She was only 29 when she was asked to join the new Ukrainian government as First Deputy Minister of Education. Since then she has turned 30 and says there was not much time to prepare for the new job:
“It was a Wednesday at the end of February – and it was only a week after we had had the horrible shootings and people were killed. My own two-year-old child had also been admitted to hospital that week and the whole situation was very overwhelming and emotional when I was unexpectedly asked to be Serhiy Kvit’s First Deputy Minister of Education. By Friday the same week I was part of the ministry.”
Five-year life plan
However, Inna Sovsun didn’t come completely unprepared. A year earlier she had actually been talking to her husband about a five-year life plan and told him that she wanted to be a minster in the government at some point. She even wrote down things she wanted to accomplish in a document. At the time, she was teaching part time at the National University of Kyiv-Mohyla Academy where Serhiy Kvit was president. She was also a director of a think tank called the Centre for Society Research where she was in charge of education policy and analysis.
Evacuation of 15 universities
Even if Inna Sovsun is now in charge of implementing the new higher education act that was passed in the summer, her priorities and agenda have been set by the ongoing war in Ukraine.
“My biggest challenge has been to take care of the evacuation of about 15 universities in the military zone. We have evacuated students and staff, but the buildings are there, the equipment is there, and so we need to try to help them to get established in new places, I don’t think all of the 15 universities will manage to do that, but we are trying.”
Refers to Lund University
Inna Sovsun spent a year studying a Master’s programme in European Affairs at Lund University 2006–2007. Her education and time in Lund have proven to be very important to her job when working on reforming Ukraine’s education system.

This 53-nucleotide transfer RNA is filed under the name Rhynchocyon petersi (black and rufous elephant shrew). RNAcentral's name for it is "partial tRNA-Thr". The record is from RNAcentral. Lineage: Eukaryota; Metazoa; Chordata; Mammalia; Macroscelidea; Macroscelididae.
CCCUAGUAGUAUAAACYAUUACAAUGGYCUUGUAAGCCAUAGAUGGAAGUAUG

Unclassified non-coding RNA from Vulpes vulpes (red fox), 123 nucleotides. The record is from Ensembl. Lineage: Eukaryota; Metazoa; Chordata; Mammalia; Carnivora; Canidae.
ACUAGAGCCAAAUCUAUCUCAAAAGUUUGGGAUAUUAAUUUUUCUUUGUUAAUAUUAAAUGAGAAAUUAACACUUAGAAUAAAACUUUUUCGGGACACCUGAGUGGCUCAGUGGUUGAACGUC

“I think that the experience of being abroad at a foreign university, seeing how things are done here, how the programmes are arranged etc. has opened up my perspective on how a university should function. I may even refer a bit too much in my arguments to my experience of my studies at Lund University. People don’t always trust statistics, but when you give them your personal experiences – ‘I have been there’, ‘that is how it’s being done’ – then you end up with a stronger argument.”
It’s the people that matter
She was not really a social butterfly who participated in a lot of activities as a student, but she recalls that one of the more important experiences that stood out to her was when one of her lecturers, Maximilian Conrad (now working at the University of Iceland), emailed and asked her to join a discussion group on the topic of the discourse of European integration.
“It was an unusual form of interaction between lecturers and students and I liked the way the discussions were organised very much. It is something that I have integrated into my own teaching. And what really counts is that I still have friends from here – I am actually taking the opportunity to meet one of my Swedish friends for dinner tonight. It is so nice to have someone to return to when you visit; not just places, but people.”